My heart leaps up when I behold
A rainbow in the sky:

Word, phrase or lines that evoke concrete sense-impressions by literal or figurative reference to objects, scenes, actions, or states. Sensory imagery # Visual imagery – sight
  1. Auditory imagery - sound
  2. Olfactory imagery - smell
  3. Gustatory imagery - taste
  4. Tactile imagery - touch
  5. Kinaesthetic imagery – movement
  6. Emotive (natural) imagery - emotions
"The gray sea and the long black land;/And the yellow half-moon large and low." 2. "only the stuttering rifles' rapid rattle." 3. Smell the bad breath that "reeks." 4. "Come to the window, sweet is the night air!" 5. "he holds him with his skinny hand." 6. "Of pebbles which the waves draw back, and fling."
A common figure of speech that makes an explicit comparison between two things by using words such as “like and as”
“I wandered lonely as a cloud”
Compares two different things by speaking of one in terms of the other. Unlike a simile, metaphor asserts that one thing is another thing, not just that one is like another. Very frequently a metaphor is invoked by the to be verb
“He is a pig” "he brayed his refusal to leave" “he was a mule standing his ground.”
A form of metaphor in which human characteristics are attributed to nonhuman things.
“Invention, nature’s child”
The sound of a word echoing the sense of the word.
Hiss, crash, bang
A choice of words used in a literary work.

The manner of expression of a particular writer, produced by choice of words, grammatical structures, use of literary devices, and all the possible parts of language use.
ornate, plain, emotive, colloquial,
The repetition of identical sounds, most often the sounds at the beginning of words in close proximity. Alliteration is also a means of highlighting ideas through the repetition of similar sounds.
"descending dew drops"; "luscious lemons." “Your never-failing sword made war to cease”;
The repetition of a consonant sound. This repetition can occur at the beginning (initial consonance) or in the middle of words (internal consonance)
1. Betty bought some butter 2. Struts and frets his hour upon the stage.
The repetition of a vowel sound. As with consonance, the repetition can occur either initially or internally.
1. "all the awful auguries" or "apt alliteration's artful aid." 2. "Her goodly eyes like sapphires shining bright."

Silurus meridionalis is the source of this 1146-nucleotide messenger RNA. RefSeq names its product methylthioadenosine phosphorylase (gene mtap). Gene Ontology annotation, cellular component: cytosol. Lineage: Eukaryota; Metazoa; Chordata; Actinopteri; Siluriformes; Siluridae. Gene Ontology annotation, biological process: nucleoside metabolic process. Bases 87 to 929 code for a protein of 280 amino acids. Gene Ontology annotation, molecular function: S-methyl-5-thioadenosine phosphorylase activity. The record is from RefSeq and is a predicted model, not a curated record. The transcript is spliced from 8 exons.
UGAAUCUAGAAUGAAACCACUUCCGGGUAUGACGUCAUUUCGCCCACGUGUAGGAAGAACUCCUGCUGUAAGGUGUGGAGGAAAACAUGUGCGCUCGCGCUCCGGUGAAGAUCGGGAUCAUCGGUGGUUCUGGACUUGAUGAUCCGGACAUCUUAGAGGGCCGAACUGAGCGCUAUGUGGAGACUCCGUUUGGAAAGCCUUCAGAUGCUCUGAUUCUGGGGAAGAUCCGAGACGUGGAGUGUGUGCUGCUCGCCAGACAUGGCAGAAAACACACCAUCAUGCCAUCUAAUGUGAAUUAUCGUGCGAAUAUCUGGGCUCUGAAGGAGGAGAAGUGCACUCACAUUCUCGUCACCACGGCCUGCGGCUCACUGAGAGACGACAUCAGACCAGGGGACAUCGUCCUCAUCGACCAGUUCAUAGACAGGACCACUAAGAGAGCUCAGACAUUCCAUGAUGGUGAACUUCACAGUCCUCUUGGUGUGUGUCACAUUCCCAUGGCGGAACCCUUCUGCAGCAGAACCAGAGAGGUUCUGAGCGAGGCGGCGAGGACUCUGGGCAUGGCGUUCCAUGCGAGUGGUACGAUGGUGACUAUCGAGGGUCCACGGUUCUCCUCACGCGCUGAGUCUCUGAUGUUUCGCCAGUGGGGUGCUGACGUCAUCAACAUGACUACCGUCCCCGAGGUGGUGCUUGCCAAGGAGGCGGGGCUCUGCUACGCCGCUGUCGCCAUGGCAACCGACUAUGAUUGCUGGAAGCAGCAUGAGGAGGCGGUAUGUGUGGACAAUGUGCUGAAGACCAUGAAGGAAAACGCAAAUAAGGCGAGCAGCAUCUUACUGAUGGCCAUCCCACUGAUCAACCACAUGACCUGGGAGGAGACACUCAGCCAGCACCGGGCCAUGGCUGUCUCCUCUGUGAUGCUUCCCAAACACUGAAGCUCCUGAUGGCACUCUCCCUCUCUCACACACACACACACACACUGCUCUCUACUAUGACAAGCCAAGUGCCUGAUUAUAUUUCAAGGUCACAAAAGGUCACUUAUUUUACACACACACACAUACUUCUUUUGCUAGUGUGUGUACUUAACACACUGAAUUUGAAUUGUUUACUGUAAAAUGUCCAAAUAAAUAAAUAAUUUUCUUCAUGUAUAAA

Exaggeration for the sake of emphasis
The common complaint: I’ve been waiting here for ages.
Rhetorical Question
A question asked for the sake of persuasive effect rather than a genuine request for information, the speaker implying that the answer is too obvious to require a reply.
Milton says, “For what can war but endless war still breed?
A reference to famous events, places, or artistic works.
Religious Allusions (Biblical/Koranic etc.). Literary allusions (to a well know work of lit. often Shakespeare)
Occurs when two images that are otherwise not commonly brought together appear side by side or structurally close together, thereby forcing the reader to stop and reconsider the meaning of the text through the contrasting images, ideas, motifs, etc.
"He was slouched alertly" is a juxtaposition within a sentence.
A statement or expression so self-contradictory as to provoke us into seeking another sense or context in which it would be true. Paradoxes are inherent in oxymoron and epigrams. Some paradoxes remain flatly self-contradictory.
‘The child is father of man’ ‘Everything I say is a lie’
Oxymoron combines two usually contradictory terms.
‘bitter sweet’, ‘living death’
Dissonance or cacophony
Harshness of sound and/or rhythm, either inadvertent or deliberate.
It denotes a lack of harmony between sounds rather than the harshness of a particular sound in isolation (cacophony).
“They fought the dogs and killed the catsSplit open the kegs of salted sprats,” From The Pied Piper of Hamlyn
When the sound echoes the sense of the line, it contributes to the euphony, or pleasant sound, of poetry. Cacophony is the contrasting term.
"Calm is the sea, the waves work less and less."
An expression that achieves emphasis or humour by two similar sounding words (homophone).
“Ask for me tomorrow and you shall find me a grave man.”
An inoffensive expression used in place of a blunt one that is felt to be disagreeable or embarrassing.
Pass away instead of ‘die’;
Pathetic Fallacy
The poetic convention whereby natural phenomena which cannot feel as humans do are described as if they could.
rain clouds may ‘weep’, or flowers may be ‘joyful’ in sympathy with the poet’s mood